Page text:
To simulate MROC motion in a test environment, a test circuit was created using two LEDs (red and green) and two switches. The switches were connected to the LEDs and when pressed, the LED(s) would turn on and off, respectively.
The idea behind this was that there would be four cases indicating vehicle motion.
- Both LEDs ON – Vehicle ON, No Motion
- Red LED ON, Green LED OFF – Forward Motion
- Red LED OFF, Green LED ON – Backward Motion
- Both LEDs OFF – Vehicle OFF, No Motion
Programming the data logger centered around the 4 cases. The goal was to program the logger to print and store the length of time a case took place.
For example, if the red LED was on from 1 pm to 1:37 pm, we wanted a time of 37 mins to be printed and recorded on the data logger’s SD card.
This would need to be done for each case.
As a reminder, the information collected would continuously append to a text file on the SD card. The data could then be transferred to Excel where further analysis could be done by researchers, allowing them to study the child’s interaction with the MROC.
The program is done using a test circuit. Ultimately, the data logger will be installed in the actual MROC prototype.
To begin, the RTC and SDFat libraries were downloaded.
These libraries are needed for the device to communicate with the RTC and SD card.
Now that the libraries were downloaded and installed, they needed to be included in the program as seen below.
The SPI library and the Wire library also needed to be included, however, these libraries were preinstalled on the device, and therefore, did not need to be installed.
The built-in RTC used was the “DS1307” and needed to be initialized, as well as the “SdFat” SD card.
The next step in the code was to connect to the SD card by defining MOSI and MISO pins. The chipSelect also needed to be set to pin 10.
Note: The Arduino Uno and Nano are very similar and use the same pins for SD connection.
The input and output pins were declared. Four time strings were also declared of “char” type to format the date and time.
A button state and last button state variable were created for each switch/LED. This was to check for and remember a change in state, or whether a button has or has not been pressed, and to indicate what to do next.
We wanted to know where the button was before and where it was after, so we needed a previous state “(LED)LastButtonState” and a present state “(LED)ButtonState”. If the previous and the present states were different we wanted to switch the position of the LED.
For instance, if the LED was on, turn it off. If it was off, then turn it on.
This section checks to see if an SD card is in the cardholder. If it is, the program continues to run. If it is not, an error is printed to the serial monitor and the program stops.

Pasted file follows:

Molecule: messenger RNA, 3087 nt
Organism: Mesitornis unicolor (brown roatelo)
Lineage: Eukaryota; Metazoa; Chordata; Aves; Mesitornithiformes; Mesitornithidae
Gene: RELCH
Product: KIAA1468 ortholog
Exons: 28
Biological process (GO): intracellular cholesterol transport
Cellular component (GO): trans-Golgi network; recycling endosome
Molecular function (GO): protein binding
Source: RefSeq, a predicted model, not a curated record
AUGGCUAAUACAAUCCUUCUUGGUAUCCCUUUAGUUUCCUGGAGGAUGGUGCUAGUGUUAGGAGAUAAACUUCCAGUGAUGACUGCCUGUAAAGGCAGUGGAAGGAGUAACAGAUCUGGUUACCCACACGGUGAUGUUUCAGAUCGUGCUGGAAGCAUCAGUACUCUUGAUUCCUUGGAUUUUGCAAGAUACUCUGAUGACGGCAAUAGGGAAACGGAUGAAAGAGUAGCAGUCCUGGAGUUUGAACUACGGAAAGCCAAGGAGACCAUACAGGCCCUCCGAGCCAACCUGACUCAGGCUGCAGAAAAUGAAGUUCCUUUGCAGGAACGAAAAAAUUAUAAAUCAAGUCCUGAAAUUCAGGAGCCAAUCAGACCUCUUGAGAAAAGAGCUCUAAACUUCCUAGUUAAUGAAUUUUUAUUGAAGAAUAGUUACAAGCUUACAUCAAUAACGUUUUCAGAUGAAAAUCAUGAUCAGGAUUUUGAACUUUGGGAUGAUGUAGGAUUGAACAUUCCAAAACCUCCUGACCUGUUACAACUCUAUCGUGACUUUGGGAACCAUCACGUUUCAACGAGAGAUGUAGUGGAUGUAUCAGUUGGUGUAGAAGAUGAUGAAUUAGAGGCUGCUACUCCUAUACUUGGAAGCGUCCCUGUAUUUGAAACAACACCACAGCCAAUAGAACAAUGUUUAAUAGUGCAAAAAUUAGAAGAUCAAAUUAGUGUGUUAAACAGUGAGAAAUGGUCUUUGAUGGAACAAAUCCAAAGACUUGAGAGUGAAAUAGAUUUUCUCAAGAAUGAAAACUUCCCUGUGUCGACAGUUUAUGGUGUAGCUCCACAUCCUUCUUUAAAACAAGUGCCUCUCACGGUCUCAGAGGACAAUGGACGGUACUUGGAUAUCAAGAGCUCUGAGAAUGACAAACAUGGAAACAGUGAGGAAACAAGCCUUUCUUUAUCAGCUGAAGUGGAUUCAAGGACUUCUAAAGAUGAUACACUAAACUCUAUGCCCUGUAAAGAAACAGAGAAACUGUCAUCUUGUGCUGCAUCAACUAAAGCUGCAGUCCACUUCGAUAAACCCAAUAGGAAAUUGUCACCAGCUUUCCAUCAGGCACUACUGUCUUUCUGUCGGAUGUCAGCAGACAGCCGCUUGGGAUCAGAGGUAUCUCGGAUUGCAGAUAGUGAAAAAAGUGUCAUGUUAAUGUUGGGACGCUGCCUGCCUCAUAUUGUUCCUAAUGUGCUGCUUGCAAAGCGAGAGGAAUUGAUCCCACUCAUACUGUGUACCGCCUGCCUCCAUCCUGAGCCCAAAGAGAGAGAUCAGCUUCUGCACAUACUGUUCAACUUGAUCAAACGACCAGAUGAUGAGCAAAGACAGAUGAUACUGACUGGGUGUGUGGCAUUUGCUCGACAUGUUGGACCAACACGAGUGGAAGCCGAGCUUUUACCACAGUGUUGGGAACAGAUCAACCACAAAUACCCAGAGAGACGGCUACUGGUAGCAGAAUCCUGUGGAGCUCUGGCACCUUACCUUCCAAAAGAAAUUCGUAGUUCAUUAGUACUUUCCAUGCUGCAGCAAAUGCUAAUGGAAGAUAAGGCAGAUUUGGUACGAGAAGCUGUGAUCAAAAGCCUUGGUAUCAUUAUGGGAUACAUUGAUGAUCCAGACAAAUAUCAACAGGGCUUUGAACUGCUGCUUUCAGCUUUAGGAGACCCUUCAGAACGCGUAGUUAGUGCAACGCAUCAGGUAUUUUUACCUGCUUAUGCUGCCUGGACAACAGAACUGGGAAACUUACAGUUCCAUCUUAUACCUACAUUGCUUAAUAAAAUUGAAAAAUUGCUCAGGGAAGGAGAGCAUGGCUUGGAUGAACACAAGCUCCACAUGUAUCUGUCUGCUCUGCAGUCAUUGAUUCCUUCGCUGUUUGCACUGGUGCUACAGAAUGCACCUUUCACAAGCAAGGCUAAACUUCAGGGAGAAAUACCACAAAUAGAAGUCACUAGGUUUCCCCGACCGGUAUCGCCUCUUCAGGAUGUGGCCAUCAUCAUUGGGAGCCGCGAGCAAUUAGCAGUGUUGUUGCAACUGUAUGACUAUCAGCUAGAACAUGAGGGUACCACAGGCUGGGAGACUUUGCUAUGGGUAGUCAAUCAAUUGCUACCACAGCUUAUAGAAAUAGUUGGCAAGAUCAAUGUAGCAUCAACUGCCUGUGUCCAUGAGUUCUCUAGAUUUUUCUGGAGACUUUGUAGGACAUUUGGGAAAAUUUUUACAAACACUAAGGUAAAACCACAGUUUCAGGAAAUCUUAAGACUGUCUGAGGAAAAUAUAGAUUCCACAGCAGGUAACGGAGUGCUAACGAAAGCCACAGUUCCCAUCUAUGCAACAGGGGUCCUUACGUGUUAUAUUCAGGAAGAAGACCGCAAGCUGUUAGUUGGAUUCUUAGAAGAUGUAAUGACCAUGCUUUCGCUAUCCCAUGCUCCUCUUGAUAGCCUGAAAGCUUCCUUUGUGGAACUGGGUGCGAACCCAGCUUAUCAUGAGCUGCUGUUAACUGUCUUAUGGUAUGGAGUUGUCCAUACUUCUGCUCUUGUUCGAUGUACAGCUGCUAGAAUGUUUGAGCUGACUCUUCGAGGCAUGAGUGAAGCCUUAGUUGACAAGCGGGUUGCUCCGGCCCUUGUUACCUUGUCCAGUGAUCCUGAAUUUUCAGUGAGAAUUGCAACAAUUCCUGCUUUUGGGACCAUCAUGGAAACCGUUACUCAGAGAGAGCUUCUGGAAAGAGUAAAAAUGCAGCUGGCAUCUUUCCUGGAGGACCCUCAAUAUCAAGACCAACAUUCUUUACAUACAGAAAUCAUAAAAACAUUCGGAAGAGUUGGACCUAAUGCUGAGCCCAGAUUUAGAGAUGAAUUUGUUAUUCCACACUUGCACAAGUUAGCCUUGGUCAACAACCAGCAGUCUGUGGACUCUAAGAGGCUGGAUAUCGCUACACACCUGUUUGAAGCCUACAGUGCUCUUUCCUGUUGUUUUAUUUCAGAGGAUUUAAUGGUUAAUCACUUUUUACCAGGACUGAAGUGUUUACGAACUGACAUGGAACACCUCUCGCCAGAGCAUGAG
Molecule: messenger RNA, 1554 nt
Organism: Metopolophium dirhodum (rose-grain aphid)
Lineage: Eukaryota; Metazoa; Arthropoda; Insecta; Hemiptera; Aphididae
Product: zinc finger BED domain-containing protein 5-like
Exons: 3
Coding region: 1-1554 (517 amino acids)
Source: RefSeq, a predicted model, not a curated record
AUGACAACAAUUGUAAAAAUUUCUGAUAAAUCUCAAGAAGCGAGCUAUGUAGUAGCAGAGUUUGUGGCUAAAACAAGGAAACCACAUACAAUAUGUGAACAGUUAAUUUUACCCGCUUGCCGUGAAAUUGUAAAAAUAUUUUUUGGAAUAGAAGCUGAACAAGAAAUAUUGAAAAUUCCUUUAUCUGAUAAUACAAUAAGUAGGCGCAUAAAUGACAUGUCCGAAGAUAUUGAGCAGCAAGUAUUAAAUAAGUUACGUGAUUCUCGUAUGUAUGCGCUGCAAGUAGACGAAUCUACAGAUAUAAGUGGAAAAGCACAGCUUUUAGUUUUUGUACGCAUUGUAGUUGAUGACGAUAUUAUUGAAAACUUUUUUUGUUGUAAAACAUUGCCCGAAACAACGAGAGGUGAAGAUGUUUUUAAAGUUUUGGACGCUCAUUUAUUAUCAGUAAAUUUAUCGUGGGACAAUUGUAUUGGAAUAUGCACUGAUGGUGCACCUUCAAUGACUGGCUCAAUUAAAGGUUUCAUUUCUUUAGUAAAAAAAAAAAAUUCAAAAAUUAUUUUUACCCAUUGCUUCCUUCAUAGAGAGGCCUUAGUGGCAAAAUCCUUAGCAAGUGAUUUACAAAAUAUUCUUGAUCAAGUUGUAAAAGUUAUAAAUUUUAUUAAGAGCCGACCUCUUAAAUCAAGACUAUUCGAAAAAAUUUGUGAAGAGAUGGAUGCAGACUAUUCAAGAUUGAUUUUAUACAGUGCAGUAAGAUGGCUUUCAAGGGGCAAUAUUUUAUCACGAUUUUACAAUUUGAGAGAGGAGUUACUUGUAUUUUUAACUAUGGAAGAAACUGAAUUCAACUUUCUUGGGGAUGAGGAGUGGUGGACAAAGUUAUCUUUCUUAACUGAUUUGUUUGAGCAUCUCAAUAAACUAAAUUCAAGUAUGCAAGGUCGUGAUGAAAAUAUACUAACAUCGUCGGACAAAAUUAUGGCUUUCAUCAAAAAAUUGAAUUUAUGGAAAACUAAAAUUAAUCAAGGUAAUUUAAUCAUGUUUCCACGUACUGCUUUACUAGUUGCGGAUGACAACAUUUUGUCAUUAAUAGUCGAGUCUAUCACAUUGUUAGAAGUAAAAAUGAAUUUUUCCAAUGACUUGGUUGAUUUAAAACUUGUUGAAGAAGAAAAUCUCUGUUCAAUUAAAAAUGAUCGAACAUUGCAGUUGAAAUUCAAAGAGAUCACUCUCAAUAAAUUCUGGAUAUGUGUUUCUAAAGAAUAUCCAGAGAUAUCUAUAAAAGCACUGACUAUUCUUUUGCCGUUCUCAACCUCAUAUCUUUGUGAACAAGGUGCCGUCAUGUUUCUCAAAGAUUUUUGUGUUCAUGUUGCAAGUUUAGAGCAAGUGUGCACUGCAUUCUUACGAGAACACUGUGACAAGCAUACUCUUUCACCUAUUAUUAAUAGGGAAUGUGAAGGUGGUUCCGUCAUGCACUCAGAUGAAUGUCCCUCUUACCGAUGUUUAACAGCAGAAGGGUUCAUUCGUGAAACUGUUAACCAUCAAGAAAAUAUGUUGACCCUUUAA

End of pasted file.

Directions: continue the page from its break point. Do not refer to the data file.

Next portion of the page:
The SD file was opened and ready to collect information.
This same structure of code (if-else-if) was repeated for each of the 4 cases. What changed were, depending on the case, the button state positions (High/Low), the message printed, and the “tmeString” value.
The last case took place when both LEDs were off (switches were in a low position as seen below.
This would be the end of a cycle, so in this else block of code, it was important to set the last button state equal to the current button state.
Therefore, if the button(s) were pressed again the program would recognize that change and re-enter the cycle, checking for each case.
This would repeat until the power was turned off.
To conclude, the information that was appended to the “dataString” while the program was running, was printed to the text file located on the SD card.
Let’s take a look at the text file.
Here are the results from the program above. When a switch combination occurs, the date and time, as well as the specific case, is recorded.
One problem that has not been solved is determining the duration a case takes place. Instead of documenting every second the case takes place and calculating the duration by sight, it would be beneficial to just know when the case started and ended, and ultimately, just how long the case took place.
I think this is a great post to have. I am always particularly intrigued by how code works. By adding these snippets of code, I can understand how everything collectively works together. It is also very cool seeing how the SD card is implemented into the code, considering that is something I have never done before.
Awesome Brandy, glad you were able to follow the code and learn something from this post!
The data logger has a built-in SD card. So, by implementing the SD card into the code, all information is directly stored in the associated file. This saves the hassle of trying to document data, especially long-term, by other means.
Thanks for your feedback!